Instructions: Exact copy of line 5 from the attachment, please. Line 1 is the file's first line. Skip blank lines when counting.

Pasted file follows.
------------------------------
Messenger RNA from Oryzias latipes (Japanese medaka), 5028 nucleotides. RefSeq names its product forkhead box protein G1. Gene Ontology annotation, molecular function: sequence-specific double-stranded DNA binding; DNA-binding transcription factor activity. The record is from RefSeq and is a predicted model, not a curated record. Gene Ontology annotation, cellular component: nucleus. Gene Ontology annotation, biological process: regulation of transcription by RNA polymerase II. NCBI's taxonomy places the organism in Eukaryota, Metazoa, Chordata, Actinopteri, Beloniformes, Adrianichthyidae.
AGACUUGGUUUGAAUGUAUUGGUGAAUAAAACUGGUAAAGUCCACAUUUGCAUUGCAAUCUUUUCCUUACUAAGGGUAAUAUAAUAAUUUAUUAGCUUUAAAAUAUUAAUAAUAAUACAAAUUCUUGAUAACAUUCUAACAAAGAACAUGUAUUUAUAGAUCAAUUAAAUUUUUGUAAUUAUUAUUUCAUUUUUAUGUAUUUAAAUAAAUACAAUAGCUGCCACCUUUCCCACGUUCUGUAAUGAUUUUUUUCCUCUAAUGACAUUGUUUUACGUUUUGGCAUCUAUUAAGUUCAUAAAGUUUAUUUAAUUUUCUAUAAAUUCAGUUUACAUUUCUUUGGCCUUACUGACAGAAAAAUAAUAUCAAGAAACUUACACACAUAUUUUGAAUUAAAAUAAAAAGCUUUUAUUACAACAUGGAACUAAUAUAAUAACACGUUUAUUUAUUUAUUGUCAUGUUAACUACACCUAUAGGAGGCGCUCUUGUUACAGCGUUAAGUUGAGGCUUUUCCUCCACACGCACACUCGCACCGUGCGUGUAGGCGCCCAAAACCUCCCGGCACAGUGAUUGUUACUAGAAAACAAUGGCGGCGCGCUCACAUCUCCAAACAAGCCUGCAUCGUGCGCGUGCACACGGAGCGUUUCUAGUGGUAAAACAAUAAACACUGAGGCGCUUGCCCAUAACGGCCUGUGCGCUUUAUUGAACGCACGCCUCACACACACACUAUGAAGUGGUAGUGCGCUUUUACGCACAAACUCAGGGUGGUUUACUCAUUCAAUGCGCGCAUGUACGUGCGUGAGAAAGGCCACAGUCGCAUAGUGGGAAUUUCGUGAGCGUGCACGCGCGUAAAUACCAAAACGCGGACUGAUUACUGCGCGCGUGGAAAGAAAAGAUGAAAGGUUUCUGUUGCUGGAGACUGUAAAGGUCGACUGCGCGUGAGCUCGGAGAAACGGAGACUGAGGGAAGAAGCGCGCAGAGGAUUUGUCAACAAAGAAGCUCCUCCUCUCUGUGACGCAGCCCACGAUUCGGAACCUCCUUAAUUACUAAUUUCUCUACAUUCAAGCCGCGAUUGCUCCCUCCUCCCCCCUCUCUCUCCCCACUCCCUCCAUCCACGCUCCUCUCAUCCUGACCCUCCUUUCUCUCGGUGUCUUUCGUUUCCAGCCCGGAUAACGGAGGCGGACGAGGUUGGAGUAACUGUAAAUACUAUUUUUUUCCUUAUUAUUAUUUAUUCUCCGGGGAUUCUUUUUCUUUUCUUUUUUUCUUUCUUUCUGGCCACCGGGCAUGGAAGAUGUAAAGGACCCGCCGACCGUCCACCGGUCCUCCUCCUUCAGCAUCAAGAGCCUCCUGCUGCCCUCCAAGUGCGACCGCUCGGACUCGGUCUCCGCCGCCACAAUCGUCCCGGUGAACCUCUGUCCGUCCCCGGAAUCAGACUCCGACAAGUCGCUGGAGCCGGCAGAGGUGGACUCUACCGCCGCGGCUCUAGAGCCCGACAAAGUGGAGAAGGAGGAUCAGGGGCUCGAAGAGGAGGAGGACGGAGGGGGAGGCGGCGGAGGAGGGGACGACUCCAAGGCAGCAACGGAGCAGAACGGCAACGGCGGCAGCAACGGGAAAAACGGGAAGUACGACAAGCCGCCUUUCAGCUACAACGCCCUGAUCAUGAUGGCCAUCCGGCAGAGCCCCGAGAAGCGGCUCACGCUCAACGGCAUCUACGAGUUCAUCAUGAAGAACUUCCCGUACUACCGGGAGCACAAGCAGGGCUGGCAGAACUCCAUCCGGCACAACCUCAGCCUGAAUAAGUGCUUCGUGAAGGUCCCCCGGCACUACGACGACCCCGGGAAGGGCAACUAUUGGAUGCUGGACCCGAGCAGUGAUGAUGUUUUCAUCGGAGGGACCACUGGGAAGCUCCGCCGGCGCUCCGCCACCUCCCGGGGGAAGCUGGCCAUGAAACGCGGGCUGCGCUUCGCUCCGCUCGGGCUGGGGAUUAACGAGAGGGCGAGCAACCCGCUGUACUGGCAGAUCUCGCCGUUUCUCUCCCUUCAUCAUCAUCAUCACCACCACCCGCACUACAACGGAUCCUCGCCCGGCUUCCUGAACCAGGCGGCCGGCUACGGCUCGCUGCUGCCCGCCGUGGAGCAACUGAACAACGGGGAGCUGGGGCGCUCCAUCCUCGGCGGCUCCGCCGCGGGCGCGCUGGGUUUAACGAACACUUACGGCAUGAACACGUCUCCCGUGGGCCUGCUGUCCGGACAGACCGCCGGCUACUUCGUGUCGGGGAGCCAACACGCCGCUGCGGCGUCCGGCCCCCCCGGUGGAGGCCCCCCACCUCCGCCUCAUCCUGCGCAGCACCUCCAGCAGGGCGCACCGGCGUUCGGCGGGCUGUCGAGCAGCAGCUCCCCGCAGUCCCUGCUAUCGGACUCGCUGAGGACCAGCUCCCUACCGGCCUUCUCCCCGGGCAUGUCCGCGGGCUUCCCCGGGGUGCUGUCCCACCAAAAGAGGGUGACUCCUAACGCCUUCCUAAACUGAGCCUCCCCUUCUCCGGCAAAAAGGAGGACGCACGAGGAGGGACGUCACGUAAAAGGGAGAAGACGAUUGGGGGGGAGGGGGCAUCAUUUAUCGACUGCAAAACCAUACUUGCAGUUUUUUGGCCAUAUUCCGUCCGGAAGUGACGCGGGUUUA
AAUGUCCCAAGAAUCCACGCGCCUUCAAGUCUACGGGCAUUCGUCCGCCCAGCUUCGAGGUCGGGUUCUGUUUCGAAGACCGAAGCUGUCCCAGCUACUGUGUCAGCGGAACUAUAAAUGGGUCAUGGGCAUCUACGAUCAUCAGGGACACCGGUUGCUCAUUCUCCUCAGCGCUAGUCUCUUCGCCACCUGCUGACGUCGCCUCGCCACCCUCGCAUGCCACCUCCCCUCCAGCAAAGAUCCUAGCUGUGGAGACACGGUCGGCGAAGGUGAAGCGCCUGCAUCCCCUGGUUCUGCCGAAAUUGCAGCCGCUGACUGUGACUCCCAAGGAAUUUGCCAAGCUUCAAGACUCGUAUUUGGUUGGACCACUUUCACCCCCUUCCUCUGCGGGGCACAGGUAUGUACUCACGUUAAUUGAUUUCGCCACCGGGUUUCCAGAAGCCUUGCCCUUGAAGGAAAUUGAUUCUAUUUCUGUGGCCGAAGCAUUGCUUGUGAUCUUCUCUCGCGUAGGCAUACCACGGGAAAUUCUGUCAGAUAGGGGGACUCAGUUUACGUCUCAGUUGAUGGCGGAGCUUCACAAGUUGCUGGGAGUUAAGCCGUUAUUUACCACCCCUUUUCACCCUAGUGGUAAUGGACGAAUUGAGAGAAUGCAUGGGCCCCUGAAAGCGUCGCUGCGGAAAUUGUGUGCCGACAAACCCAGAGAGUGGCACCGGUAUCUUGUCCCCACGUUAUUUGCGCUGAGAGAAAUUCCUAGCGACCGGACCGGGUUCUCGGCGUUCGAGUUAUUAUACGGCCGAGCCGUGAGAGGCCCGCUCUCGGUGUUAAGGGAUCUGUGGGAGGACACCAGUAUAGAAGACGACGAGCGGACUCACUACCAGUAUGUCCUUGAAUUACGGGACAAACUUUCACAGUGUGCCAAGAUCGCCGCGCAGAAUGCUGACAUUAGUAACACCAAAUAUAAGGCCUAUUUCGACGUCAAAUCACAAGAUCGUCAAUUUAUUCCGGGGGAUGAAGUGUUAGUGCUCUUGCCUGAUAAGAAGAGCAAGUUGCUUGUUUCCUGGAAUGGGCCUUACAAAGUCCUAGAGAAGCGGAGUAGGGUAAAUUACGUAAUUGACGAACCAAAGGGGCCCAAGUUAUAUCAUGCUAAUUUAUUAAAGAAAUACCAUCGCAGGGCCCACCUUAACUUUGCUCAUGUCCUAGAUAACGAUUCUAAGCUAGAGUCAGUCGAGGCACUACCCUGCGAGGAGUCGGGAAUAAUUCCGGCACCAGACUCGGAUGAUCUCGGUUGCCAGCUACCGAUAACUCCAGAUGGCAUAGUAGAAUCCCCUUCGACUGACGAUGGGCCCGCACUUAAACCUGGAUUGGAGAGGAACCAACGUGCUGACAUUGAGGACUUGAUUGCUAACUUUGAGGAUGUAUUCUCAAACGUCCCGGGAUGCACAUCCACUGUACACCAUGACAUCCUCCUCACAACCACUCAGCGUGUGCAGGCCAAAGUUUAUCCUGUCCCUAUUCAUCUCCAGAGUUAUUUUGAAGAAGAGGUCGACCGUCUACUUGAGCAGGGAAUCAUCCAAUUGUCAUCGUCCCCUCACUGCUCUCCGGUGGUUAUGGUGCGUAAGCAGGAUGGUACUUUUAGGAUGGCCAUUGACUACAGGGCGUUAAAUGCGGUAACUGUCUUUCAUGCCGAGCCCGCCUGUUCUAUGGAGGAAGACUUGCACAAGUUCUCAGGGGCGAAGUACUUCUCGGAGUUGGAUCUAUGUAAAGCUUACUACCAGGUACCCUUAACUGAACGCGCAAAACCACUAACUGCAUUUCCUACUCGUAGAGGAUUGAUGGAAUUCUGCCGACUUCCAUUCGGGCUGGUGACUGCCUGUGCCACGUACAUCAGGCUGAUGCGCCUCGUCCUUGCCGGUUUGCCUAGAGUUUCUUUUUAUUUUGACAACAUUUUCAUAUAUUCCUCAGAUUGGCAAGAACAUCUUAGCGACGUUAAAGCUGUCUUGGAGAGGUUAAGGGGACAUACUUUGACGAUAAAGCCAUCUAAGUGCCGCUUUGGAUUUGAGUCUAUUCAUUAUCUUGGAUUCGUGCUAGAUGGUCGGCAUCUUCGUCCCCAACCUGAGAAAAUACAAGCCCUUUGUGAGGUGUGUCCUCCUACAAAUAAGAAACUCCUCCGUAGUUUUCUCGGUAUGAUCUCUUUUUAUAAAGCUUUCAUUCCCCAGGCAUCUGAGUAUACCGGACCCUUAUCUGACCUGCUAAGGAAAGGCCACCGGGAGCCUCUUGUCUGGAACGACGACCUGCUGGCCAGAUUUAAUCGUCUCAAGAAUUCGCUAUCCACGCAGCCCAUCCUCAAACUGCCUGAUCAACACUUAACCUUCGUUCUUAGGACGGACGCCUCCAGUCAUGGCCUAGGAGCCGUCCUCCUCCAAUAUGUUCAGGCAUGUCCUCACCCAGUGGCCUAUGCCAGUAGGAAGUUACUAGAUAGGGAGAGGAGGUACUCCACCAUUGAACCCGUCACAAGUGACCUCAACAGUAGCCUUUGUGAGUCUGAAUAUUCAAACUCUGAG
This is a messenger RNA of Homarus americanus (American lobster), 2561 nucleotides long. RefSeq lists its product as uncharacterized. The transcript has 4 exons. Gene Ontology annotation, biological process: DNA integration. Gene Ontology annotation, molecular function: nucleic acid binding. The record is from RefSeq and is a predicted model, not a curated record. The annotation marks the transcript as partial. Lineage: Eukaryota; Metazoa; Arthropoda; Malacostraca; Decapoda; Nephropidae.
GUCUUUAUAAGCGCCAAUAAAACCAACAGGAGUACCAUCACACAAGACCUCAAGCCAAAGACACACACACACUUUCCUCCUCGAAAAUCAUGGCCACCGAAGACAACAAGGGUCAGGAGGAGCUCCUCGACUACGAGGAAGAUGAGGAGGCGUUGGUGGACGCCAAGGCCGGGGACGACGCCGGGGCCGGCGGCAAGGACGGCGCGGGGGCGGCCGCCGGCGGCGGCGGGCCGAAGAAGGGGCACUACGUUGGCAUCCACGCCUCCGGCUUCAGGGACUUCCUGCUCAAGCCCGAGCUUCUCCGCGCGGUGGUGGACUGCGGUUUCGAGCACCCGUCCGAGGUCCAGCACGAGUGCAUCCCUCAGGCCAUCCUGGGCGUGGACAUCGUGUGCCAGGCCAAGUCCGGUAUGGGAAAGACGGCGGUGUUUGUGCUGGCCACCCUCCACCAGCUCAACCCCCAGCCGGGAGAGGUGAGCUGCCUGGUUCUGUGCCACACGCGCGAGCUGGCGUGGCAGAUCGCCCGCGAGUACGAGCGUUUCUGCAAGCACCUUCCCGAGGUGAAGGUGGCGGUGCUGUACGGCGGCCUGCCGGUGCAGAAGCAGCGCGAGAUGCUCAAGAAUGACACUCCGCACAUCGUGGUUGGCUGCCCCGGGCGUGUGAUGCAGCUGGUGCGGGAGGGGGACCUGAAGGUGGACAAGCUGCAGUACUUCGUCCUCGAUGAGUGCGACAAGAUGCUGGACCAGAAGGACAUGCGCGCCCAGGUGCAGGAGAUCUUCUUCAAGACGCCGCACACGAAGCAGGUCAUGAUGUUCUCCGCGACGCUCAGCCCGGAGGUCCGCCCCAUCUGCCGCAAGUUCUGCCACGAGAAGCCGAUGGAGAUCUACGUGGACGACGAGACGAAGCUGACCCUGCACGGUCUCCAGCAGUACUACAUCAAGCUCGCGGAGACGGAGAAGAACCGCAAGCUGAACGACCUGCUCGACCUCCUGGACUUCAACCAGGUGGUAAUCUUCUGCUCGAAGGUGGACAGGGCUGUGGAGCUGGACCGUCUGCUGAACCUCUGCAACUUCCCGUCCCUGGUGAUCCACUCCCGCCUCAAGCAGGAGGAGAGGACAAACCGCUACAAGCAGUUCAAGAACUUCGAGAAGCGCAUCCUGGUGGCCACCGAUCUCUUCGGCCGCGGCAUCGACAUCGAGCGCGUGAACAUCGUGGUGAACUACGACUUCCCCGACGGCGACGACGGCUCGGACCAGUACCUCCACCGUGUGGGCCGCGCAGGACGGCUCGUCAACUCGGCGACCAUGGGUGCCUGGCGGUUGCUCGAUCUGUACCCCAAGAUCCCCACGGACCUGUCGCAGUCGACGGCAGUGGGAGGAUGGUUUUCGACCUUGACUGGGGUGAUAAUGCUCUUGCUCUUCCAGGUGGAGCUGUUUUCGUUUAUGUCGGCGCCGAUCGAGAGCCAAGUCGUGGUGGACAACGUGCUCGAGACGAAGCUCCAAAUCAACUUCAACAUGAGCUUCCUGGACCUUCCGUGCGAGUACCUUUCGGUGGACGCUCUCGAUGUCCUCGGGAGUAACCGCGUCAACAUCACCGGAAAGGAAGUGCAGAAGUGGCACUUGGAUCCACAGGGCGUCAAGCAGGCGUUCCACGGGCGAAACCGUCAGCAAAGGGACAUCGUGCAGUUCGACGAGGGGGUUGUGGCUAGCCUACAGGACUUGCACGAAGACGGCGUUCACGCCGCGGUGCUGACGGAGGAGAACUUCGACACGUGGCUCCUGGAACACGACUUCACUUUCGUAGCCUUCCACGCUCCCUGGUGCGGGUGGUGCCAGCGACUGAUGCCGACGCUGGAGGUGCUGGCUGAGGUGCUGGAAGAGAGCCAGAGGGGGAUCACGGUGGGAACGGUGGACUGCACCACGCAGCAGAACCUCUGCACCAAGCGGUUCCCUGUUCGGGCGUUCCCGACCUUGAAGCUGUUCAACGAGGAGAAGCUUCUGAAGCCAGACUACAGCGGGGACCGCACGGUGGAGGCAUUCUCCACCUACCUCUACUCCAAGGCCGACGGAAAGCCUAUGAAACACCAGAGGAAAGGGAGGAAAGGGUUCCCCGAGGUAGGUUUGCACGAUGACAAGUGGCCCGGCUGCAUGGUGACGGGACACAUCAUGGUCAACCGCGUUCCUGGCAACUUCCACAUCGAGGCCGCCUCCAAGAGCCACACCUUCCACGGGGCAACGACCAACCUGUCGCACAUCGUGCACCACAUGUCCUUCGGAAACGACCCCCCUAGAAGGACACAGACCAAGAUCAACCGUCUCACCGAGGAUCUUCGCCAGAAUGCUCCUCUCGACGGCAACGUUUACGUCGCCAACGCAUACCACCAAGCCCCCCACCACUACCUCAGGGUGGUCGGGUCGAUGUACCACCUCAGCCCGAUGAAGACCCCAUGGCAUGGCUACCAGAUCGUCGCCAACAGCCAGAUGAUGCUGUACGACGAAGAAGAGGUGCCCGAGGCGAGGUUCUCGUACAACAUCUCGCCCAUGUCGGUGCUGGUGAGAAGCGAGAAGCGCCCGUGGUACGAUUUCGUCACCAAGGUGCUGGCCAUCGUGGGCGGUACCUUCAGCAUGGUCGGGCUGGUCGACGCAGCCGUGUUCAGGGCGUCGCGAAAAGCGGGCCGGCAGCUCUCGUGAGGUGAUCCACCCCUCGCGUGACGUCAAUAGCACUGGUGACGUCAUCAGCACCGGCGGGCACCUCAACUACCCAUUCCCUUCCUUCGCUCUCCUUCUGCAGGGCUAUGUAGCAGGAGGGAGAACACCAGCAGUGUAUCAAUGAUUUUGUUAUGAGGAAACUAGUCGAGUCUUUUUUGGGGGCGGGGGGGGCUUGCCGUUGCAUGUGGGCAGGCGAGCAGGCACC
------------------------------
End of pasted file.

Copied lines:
GUCUUUAUAAGCGCCAAUAAAACCAACAGGAGUACCAUCACACAAGACCUCAAGCCAAAGACACACACACACUUUCCUCCUCGAAAAUCAUGGCCACCGAAGACAACAAGGGUCAGGAGGAGCUCCUCGACUACGAGGAAGAUGAGGAGGCGUUGGUGGACGCCAAGGCCGGGGACGACGCCGGGGCCGGCGGCAAGGACGGCGCGGGGGCGGCCGCCGGCGGCGGCGGGCCGAAGAAGGGGCACUACGUUGGCAUCCACGCCUCCGGCUUCAGGGACUUCCUGCUCAAGCCCGAGCUUCUCCGCGCGGUGGUGGACUGCGGUUUCGAGCACCCGUCCGAGGUCCAGCACGAGUGCAUCCCUCAGGCCAUCCUGGGCGUGGACAUCGUGUGCCAGGCCAAGUCCGGUAUGGGAAAGACGGCGGUGUUUGUGCUGGCCACCCUCCACCAGCUCAACCCCCAGCCGGGAGAGGUGAGCUGCCUGGUUCUGUGCCACACGCGCGAGCUGGCGUGGCAGAUCGCCCGCGAGUACGAGCGUUUCUGCAAGCACCUUCCCGAGGUGAAGGUGGCGGUGCUGUACGGCGGCCUGCCGGUGCAGAAGCAGCGCGAGAUGCUCAAGAAUGACACUCCGCACAUCGUGGUUGGCUGCCCCGGGCGUGUGAUGCAGCUGGUGCGGGAGGGGGACCUGAAGGUGGACAAGCUGCAGUACUUCGUCCUCGAUGAGUGCGACAAGAUGCUGGACCAGAAGGACAUGCGCGCCCAGGUGCAGGAGAUCUUCUUCAAGACGCCGCACACGAAGCAGGUCAUGAUGUUCUCCGCGACGCUCAGCCCGGAGGUCCGCCCCAUCUGCCGCAAGUUCUGCCACGAGAAGCCGAUGGAGAUCUACGUGGACGACGAGACGAAGCUGACCCUGCACGGUCUCCAGCAGUACUACAUCAAGCUCGCGGAGACGGAGAAGAACCGCAAGCUGAACGACCUGCUCGACCUCCUGGACUUCAACCAGGUGGUAAUCUUCUGCUCGAAGGUGGACAGGGCUGUGGAGCUGGACCGUCUGCUGAACCUCUGCAACUUCCCGUCCCUGGUGAUCCACUCCCGCCUCAAGCAGGAGGAGAGGACAAACCGCUACAAGCAGUUCAAGAACUUCGAGAAGCGCAUCCUGGUGGCCACCGAUCUCUUCGGCCGCGGCAUCGACAUCGAGCGCGUGAACAUCGUGGUGAACUACGACUUCCCCGACGGCGACGACGGCUCGGACCAGUACCUCCACCGUGUGGGCCGCGCAGGACGGCUCGUCAACUCGGCGACCAUGGGUGCCUGGCGGUUGCUCGAUCUGUACCCCAAGAUCCCCACGGACCUGUCGCAGUCGACGGCAGUGGGAGGAUGGUUUUCGACCUUGACUGGGGUGAUAAUGCUCUUGCUCUUCCAGGUGGAGCUGUUUUCGUUUAUGUCGGCGCCGAUCGAGAGCCAAGUCGUGGUGGACAACGUGCUCGAGACGAAGCUCCAAAUCAACUUCAACAUGAGCUUCCUGGACCUUCCGUGCGAGUACCUUUCGGUGGACGCUCUCGAUGUCCUCGGGAGUAACCGCGUCAACAUCACCGGAAAGGAAGUGCAGAAGUGGCACUUGGAUCCACAGGGCGUCAAGCAGGCGUUCCACGGGCGAAACCGUCAGCAAAGGGACAUCGUGCAGUUCGACGAGGGGGUUGUGGCUAGCCUACAGGACUUGCACGAAGACGGCGUUCACGCCGCGGUGCUGACGGAGGAGAACUUCGACACGUGGCUCCUGGAACACGACUUCACUUUCGUAGCCUUCCACGCUCCCUGGUGCGGGUGGUGCCAGCGACUGAUGCCGACGCUGGAGGUGCUGGCUGAGGUGCUGGAAGAGAGCCAGAGGGGGAUCACGGUGGGAACGGUGGACUGCACCACGCAGCAGAACCUCUGCACCAAGCGGUUCCCUGUUCGGGCGUUCCCGACCUUGAAGCUGUUCAACGAGGAGAAGCUUCUGAAGCCAGACUACAGCGGGGACCGCACGGUGGAGGCAUUCUCCACCUACCUCUACUCCAAGGCCGACGGAAAGCCUAUGAAACACCAGAGGAAAGGGAGGAAAGGGUUCCCCGAGGUAGGUUUGCACGAUGACAAGUGGCCCGGCUGCAUGGUGACGGGACACAUCAUGGUCAACCGCGUUCCUGGCAACUUCCACAUCGAGGCCGCCUCCAAGAGCCACACCUUCCACGGGGCAACGACCAACCUGUCGCACAUCGUGCACCACAUGUCCUUCGGAAACGACCCCCCUAGAAGGACACAGACCAAGAUCAACCGUCUCACCGAGGAUCUUCGCCAGAAUGCUCCUCUCGACGGCAACGUUUACGUCGCCAACGCAUACCACCAAGCCCCCCACCACUACCUCAGGGUGGUCGGGUCGAUGUACCACCUCAGCCCGAUGAAGACCCCAUGGCAUGGCUACCAGAUCGUCGCCAACAGCCAGAUGAUGCUGUACGACGAAGAAGAGGUGCCCGAGGCGAGGUUCUCGUACAACAUCUCGCCCAUGUCGGUGCUGGUGAGAAGCGAGAAGCGCCCGUGGUACGAUUUCGUCACCAAGGUGCUGGCCAUCGUGGGCGGUACCUUCAGCAUGGUCGGGCUGGUCGACGCAGCCGUGUUCAGGGCGUCGCGAAAAGCGGGCCGGCAGCUCUCGUGAGGUGAUCCACCCCUCGCGUGACGUCAAUAGCACUGGUGACGUCAUCAGCACCGGCGGGCACCUCAACUACCCAUUCCCUUCCUUCGCUCUCCUUCUGCAGGGCUAUGUAGCAGGAGGGAGAACACCAGCAGUGUAUCAAUGAUUUUGUUAUGAGGAAACUAGUCGAGUCUUUUUUGGGGGCGGGGGGGGCUUGCCGUUGCAUGUGGGCAGGCGAGCAGGCACC